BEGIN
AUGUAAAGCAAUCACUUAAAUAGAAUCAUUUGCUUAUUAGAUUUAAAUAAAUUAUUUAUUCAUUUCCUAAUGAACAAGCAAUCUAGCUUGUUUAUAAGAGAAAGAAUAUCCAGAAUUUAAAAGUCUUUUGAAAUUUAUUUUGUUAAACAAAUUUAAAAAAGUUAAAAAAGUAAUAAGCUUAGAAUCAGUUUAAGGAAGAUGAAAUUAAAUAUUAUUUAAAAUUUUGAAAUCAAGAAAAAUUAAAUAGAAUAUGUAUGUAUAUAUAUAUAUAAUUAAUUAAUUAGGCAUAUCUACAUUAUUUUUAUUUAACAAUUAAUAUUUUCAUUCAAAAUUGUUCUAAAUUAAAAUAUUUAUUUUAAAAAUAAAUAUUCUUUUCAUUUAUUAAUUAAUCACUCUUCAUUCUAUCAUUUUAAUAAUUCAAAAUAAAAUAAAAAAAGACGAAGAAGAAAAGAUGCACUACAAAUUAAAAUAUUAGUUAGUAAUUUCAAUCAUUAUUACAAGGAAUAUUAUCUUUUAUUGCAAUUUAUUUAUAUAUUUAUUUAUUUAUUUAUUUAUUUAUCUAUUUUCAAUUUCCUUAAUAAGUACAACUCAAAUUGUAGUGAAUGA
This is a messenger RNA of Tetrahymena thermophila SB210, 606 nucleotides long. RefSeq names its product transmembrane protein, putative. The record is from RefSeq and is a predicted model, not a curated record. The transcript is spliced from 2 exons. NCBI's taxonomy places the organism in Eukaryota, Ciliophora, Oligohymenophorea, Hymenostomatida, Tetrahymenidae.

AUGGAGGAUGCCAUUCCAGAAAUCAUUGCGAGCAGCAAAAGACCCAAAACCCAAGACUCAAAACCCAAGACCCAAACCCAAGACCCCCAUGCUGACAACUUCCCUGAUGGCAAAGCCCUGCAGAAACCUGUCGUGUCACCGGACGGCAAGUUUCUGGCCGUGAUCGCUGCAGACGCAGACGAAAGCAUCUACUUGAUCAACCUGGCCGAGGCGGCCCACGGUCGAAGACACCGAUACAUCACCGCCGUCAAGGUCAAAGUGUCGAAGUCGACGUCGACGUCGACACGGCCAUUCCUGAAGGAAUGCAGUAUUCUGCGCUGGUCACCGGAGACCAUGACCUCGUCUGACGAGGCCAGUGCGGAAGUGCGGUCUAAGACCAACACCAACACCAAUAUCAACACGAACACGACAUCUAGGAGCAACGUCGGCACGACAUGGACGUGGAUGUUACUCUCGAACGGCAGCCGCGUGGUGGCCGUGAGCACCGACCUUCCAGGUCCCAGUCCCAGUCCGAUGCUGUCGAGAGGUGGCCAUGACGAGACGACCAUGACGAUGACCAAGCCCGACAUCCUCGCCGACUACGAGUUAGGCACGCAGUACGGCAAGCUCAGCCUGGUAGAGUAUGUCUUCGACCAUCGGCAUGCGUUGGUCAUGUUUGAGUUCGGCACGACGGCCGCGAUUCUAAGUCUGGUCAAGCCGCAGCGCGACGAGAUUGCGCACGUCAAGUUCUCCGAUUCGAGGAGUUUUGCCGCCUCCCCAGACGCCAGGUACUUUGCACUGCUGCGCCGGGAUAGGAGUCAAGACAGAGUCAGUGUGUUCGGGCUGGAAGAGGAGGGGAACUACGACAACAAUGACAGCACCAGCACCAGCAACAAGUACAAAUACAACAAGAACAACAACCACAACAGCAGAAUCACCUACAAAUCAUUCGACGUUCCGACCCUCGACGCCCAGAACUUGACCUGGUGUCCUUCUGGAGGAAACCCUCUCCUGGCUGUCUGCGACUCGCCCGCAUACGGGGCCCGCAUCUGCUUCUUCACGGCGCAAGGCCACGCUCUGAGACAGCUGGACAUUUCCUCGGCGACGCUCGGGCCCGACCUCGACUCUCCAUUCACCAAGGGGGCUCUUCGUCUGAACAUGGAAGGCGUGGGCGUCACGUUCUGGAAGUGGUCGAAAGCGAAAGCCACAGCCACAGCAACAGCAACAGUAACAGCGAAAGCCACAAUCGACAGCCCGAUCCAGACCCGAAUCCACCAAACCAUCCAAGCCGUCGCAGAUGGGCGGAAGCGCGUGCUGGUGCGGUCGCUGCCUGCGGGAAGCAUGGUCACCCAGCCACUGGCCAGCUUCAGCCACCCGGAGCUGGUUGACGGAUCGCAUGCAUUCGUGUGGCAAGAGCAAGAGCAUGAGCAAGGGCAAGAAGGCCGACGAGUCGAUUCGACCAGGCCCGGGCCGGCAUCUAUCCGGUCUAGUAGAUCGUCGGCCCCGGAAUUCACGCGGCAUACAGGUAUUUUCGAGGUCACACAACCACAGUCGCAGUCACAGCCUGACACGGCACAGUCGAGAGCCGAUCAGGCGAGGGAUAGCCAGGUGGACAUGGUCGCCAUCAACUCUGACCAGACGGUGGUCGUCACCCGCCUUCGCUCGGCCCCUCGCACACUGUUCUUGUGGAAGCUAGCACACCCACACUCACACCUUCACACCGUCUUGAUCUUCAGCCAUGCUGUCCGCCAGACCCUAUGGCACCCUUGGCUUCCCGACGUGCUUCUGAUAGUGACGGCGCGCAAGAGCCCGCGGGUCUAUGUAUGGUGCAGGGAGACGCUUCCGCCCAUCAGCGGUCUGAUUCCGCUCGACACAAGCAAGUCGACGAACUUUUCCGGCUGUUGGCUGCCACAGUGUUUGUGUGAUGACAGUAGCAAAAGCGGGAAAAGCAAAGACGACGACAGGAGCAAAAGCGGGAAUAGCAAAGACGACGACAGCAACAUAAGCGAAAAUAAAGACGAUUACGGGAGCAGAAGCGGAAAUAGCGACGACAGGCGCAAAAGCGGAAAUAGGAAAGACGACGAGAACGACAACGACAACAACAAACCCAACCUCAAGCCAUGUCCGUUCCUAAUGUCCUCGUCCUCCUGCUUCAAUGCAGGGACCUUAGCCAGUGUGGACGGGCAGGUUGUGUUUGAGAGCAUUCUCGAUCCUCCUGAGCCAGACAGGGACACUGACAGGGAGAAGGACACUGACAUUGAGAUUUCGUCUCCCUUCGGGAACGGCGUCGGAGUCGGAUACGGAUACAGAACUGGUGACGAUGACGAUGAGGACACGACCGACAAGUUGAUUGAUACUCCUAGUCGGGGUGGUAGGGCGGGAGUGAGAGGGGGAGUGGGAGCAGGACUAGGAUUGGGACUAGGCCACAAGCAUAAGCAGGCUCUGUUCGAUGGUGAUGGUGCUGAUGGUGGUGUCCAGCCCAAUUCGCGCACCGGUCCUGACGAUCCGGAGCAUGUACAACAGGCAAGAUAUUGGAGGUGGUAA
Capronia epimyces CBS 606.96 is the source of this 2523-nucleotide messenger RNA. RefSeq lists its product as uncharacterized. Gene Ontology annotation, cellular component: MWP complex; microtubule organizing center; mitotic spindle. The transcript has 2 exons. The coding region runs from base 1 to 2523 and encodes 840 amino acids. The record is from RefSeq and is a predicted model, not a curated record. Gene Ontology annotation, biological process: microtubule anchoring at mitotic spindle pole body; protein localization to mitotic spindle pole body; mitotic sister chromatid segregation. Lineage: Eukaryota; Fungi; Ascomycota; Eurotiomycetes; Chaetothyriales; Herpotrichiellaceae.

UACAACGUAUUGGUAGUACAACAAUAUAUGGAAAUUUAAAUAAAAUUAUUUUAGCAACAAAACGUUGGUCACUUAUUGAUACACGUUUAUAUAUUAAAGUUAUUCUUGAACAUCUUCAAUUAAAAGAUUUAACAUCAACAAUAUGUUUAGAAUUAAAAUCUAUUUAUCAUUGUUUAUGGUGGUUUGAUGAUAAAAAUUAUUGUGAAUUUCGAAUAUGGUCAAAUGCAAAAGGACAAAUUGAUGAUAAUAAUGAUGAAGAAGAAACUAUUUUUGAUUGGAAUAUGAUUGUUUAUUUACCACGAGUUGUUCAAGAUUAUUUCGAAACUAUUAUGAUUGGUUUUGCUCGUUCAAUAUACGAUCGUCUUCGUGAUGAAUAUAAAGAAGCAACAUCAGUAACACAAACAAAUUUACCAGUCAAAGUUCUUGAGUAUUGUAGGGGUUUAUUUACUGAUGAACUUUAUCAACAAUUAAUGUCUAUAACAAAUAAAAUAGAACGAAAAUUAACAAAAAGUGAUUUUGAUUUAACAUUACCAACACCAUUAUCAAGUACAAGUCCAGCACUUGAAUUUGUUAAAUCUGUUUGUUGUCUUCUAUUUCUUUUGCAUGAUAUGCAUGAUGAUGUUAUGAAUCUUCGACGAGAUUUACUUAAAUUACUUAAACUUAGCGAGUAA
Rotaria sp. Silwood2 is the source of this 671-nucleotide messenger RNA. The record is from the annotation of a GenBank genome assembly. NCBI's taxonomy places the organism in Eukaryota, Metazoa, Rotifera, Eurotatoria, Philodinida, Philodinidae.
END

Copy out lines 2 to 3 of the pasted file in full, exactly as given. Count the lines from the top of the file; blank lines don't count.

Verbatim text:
This is a messenger RNA of Tetrahymena thermophila SB210, 606 nucleotides long. RefSeq names its product transmembrane protein, putative. The record is from RefSeq and is a predicted model, not a curated record. The transcript is spliced from 2 exons. NCBI's taxonomy places the organism in Eukaryota, Ciliophora, Oligohymenophorea, Hymenostomatida, Tetrahymenidae.

AUGGAGGAUGCCAUUCCAGAAAUCAUUGCGAGCAGCAAAAGACCCAAAACCCAAGACUCAAAACCCAAGACCCAAACCCAAGACCCCCAUGCUGACAACUUCCCUGAUGGCAAAGCCCUGCAGAAACCUGUCGUGUCACCGGACGGCAAGUUUCUGGCCGUGAUCGCUGCAGACGCAGACGAAAGCAUCUACUUGAUCAACCUGGCCGAGGCGGCCCACGGUCGAAGACACCGAUACAUCACCGCCGUCAAGGUCAAAGUGUCGAAGUCGACGUCGACGUCGACACGGCCAUUCCUGAAGGAAUGCAGUAUUCUGCGCUGGUCACCGGAGACCAUGACCUCGUCUGACGAGGCCAGUGCGGAAGUGCGGUCUAAGACCAACACCAACACCAAUAUCAACACGAACACGACAUCUAGGAGCAACGUCGGCACGACAUGGACGUGGAUGUUACUCUCGAACGGCAGCCGCGUGGUGGCCGUGAGCACCGACCUUCCAGGUCCCAGUCCCAGUCCGAUGCUGUCGAGAGGUGGCCAUGACGAGACGACCAUGACGAUGACCAAGCCCGACAUCCUCGCCGACUACGAGUUAGGCACGCAGUACGGCAAGCUCAGCCUGGUAGAGUAUGUCUUCGACCAUCGGCAUGCGUUGGUCAUGUUUGAGUUCGGCACGACGGCCGCGAUUCUAAGUCUGGUCAAGCCGCAGCGCGACGAGAUUGCGCACGUCAAGUUCUCCGAUUCGAGGAGUUUUGCCGCCUCCCCAGACGCCAGGUACUUUGCACUGCUGCGCCGGGAUAGGAGUCAAGACAGAGUCAGUGUGUUCGGGCUGGAAGAGGAGGGGAACUACGACAACAAUGACAGCACCAGCACCAGCAACAAGUACAAAUACAACAAGAACAACAACCACAACAGCAGAAUCACCUACAAAUCAUUCGACGUUCCGACCCUCGACGCCCAGAACUUGACCUGGUGUCCUUCUGGAGGAAACCCUCUCCUGGCUGUCUGCGACUCGCCCGCAUACGGGGCCCGCAUCUGCUUCUUCACGGCGCAAGGCCACGCUCUGAGACAGCUGGACAUUUCCUCGGCGACGCUCGGGCCCGACCUCGACUCUCCAUUCACCAAGGGGGCUCUUCGUCUGAACAUGGAAGGCGUGGGCGUCACGUUCUGGAAGUGGUCGAAAGCGAAAGCCACAGCCACAGCAACAGCAACAGUAACAGCGAAAGCCACAAUCGACAGCCCGAUCCAGACCCGAAUCCACCAAACCAUCCAAGCCGUCGCAGAUGGGCGGAAGCGCGUGCUGGUGCGGUCGCUGCCUGCGGGAAGCAUGGUCACCCAGCCACUGGCCAGCUUCAGCCACCCGGAGCUGGUUGACGGAUCGCAUGCAUUCGUGUGGCAAGAGCAAGAGCAUGAGCAAGGGCAAGAAGGCCGACGAGUCGAUUCGACCAGGCCCGGGCCGGCAUCUAUCCGGUCUAGUAGAUCGUCGGCCCCGGAAUUCACGCGGCAUACAGGUAUUUUCGAGGUCACACAACCACAGUCGCAGUCACAGCCUGACACGGCACAGUCGAGAGCCGAUCAGGCGAGGGAUAGCCAGGUGGACAUGGUCGCCAUCAACUCUGACCAGACGGUGGUCGUCACCCGCCUUCGCUCGGCCCCUCGCACACUGUUCUUGUGGAAGCUAGCACACCCACACUCACACCUUCACACCGUCUUGAUCUUCAGCCAUGCUGUCCGCCAGACCCUAUGGCACCCUUGGCUUCCCGACGUGCUUCUGAUAGUGACGGCGCGCAAGAGCCCGCGGGUCUAUGUAUGGUGCAGGGAGACGCUUCCGCCCAUCAGCGGUCUGAUUCCGCUCGACACAAGCAAGUCGACGAACUUUUCCGGCUGUUGGCUGCCACAGUGUUUGUGUGAUGACAGUAGCAAAAGCGGGAAAAGCAAAGACGACGACAGGAGCAAAAGCGGGAAUAGCAAAGACGACGACAGCAACAUAAGCGAAAAUAAAGACGAUUACGGGAGCAGAAGCGGAAAUAGCGACGACAGGCGCAAAAGCGGAAAUAGGAAAGACGACGAGAACGACAACGACAACAACAAACCCAACCUCAAGCCAUGUCCGUUCCUAAUGUCCUCGUCCUCCUGCUUCAAUGCAGGGACCUUAGCCAGUGUGGACGGGCAGGUUGUGUUUGAGAGCAUUCUCGAUCCUCCUGAGCCAGACAGGGACACUGACAGGGAGAAGGACACUGACAUUGAGAUUUCGUCUCCCUUCGGGAACGGCGUCGGAGUCGGAUACGGAUACAGAACUGGUGACGAUGACGAUGAGGACACGACCGACAAGUUGAUUGAUACUCCUAGUCGGGGUGGUAGGGCGGGAGUGAGAGGGGGAGUGGGAGCAGGACUAGGAUUGGGACUAGGCCACAAGCAUAAGCAGGCUCUGUUCGAUGGUGAUGGUGCUGAUGGUGGUGUCCAGCCCAAUUCGCGCACCGGUCCUGACGAUCCGGAGCAUGUACAACAGGCAAGAUAUUGGAGGUGGUAA